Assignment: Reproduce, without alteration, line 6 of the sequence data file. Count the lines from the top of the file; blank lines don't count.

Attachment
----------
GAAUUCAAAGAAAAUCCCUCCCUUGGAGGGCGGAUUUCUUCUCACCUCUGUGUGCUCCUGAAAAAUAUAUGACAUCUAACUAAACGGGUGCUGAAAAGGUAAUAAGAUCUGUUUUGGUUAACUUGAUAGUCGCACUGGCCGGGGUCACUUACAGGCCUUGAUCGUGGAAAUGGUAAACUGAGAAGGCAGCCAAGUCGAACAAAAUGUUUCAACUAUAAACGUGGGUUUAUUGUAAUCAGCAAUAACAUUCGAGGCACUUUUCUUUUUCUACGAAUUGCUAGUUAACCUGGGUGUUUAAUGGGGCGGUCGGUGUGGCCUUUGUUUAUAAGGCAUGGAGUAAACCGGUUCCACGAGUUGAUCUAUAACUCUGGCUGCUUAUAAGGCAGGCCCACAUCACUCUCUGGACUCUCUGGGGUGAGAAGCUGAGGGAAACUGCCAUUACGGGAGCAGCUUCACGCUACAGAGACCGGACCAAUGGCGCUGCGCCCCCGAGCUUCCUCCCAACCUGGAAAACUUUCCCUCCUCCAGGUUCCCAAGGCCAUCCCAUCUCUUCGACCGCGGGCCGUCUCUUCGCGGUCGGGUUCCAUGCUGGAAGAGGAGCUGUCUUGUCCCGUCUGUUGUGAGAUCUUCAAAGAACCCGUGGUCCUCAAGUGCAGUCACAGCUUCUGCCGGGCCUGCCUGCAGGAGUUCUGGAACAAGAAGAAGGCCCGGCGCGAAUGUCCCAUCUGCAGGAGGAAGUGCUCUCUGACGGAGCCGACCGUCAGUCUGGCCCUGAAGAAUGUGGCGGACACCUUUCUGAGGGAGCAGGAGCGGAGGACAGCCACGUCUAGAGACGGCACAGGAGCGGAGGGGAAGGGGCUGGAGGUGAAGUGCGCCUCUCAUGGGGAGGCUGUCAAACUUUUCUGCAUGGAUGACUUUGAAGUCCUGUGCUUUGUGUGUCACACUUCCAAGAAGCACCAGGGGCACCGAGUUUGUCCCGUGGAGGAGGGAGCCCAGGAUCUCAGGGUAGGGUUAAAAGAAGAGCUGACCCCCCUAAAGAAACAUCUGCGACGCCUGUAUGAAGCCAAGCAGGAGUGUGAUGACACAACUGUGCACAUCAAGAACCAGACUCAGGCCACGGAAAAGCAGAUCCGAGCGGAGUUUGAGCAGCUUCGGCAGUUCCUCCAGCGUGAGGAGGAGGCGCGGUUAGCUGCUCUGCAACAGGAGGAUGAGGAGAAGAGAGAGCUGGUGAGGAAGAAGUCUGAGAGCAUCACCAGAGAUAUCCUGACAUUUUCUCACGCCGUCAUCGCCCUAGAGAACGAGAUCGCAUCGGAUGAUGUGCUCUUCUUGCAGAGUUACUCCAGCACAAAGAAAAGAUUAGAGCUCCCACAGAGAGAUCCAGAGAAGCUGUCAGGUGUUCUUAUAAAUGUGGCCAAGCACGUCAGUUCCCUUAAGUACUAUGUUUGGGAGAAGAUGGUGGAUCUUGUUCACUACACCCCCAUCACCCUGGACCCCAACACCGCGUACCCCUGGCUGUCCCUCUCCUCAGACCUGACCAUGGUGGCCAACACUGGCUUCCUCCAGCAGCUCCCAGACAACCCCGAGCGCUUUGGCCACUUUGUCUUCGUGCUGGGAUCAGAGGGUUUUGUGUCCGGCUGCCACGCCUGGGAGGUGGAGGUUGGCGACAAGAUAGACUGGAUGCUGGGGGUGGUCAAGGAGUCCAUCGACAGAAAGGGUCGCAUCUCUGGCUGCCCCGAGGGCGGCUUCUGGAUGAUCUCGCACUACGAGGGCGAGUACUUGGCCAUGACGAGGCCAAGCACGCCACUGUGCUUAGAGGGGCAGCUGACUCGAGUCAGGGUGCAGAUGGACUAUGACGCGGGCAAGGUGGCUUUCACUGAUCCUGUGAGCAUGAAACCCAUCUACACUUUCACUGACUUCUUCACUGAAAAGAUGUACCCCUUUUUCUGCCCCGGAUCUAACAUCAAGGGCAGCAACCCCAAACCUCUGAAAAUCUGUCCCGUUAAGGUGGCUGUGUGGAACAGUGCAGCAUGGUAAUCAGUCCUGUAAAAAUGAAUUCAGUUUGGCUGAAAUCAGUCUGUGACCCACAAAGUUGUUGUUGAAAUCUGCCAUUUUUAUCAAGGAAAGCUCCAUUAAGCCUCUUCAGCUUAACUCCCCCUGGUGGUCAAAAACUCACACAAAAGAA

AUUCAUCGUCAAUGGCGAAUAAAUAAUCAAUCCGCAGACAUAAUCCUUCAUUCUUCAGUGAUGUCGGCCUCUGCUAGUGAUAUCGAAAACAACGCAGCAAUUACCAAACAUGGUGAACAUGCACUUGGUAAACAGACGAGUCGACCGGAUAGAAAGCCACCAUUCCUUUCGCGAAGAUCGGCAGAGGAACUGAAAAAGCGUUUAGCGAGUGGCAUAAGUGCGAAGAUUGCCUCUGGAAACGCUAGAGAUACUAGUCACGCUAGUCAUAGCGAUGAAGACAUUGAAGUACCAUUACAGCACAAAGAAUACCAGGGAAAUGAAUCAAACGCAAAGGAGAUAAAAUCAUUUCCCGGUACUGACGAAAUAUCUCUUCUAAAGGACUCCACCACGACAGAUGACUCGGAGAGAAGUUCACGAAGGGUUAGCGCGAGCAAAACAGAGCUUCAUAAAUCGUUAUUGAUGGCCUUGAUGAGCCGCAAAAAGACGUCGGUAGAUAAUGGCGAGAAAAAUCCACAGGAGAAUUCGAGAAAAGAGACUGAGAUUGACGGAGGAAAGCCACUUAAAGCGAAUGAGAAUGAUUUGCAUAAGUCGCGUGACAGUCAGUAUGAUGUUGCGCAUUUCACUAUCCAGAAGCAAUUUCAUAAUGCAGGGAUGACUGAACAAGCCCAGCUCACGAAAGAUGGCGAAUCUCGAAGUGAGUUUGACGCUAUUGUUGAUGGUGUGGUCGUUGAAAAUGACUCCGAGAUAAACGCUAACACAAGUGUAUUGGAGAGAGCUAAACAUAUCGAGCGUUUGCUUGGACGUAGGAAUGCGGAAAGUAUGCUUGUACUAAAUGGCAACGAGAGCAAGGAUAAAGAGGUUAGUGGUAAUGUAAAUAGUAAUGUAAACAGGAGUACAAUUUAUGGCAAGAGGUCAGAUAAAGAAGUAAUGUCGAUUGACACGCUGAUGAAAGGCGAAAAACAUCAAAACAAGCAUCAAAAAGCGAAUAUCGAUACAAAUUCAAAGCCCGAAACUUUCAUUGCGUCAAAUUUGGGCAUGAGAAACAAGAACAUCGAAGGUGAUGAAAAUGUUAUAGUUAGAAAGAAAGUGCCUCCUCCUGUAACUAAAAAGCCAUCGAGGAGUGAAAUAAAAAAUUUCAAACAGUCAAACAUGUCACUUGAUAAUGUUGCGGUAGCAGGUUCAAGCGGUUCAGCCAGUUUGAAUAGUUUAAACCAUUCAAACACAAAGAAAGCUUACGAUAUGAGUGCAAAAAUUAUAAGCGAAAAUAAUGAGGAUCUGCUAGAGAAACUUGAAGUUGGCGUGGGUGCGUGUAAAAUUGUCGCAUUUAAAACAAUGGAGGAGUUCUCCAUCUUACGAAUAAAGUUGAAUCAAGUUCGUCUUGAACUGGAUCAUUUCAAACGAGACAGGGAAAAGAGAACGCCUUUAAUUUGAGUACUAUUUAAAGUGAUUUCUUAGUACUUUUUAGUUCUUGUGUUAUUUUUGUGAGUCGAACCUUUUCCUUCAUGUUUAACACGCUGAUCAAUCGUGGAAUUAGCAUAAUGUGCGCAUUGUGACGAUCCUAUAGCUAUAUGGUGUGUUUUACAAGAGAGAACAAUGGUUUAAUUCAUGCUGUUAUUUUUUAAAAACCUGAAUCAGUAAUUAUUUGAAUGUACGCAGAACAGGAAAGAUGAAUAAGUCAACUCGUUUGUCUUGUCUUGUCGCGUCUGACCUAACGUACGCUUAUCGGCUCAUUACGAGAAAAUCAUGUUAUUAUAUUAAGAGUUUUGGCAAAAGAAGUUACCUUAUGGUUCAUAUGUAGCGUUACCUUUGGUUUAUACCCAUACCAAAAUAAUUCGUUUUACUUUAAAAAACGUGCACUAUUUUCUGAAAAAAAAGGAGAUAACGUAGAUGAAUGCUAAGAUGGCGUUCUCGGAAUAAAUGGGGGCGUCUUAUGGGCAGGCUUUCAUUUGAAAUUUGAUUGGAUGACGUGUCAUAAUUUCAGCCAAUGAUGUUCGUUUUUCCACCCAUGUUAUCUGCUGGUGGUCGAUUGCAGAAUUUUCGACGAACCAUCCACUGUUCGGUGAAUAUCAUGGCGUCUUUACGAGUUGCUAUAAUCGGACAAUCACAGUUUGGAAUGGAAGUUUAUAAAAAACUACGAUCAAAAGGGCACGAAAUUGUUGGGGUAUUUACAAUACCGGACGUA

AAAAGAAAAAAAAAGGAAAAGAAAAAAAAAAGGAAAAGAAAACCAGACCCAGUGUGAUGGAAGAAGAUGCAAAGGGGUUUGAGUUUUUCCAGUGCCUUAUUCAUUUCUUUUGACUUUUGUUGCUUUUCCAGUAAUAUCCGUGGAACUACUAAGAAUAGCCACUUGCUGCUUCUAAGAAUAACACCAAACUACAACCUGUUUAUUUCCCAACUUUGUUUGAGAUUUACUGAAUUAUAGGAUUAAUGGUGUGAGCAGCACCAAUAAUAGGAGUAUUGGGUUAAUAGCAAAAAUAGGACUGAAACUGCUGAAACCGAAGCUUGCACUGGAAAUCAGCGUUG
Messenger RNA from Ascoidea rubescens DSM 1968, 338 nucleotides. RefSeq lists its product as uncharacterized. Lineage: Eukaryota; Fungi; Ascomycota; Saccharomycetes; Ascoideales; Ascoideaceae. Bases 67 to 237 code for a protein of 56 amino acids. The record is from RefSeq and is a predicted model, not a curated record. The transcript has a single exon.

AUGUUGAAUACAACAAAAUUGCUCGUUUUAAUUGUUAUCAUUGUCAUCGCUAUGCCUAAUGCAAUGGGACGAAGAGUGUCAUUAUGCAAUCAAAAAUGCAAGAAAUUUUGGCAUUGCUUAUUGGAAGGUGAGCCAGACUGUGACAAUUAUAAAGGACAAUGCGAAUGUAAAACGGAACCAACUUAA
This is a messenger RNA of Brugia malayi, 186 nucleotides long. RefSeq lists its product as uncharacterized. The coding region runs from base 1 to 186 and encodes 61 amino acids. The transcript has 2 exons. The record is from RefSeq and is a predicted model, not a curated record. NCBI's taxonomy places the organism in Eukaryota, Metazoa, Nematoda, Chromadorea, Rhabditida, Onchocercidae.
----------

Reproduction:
This is a messenger RNA of Brugia malayi, 186 nucleotides long. RefSeq lists its product as uncharacterized. The coding region runs from base 1 to 186 and encodes 61 amino acids. The transcript has 2 exons. The record is from RefSeq and is a predicted model, not a curated record. NCBI's taxonomy places the organism in Eukaryota, Metazoa, Nematoda, Chromadorea, Rhabditida, Onchocercidae.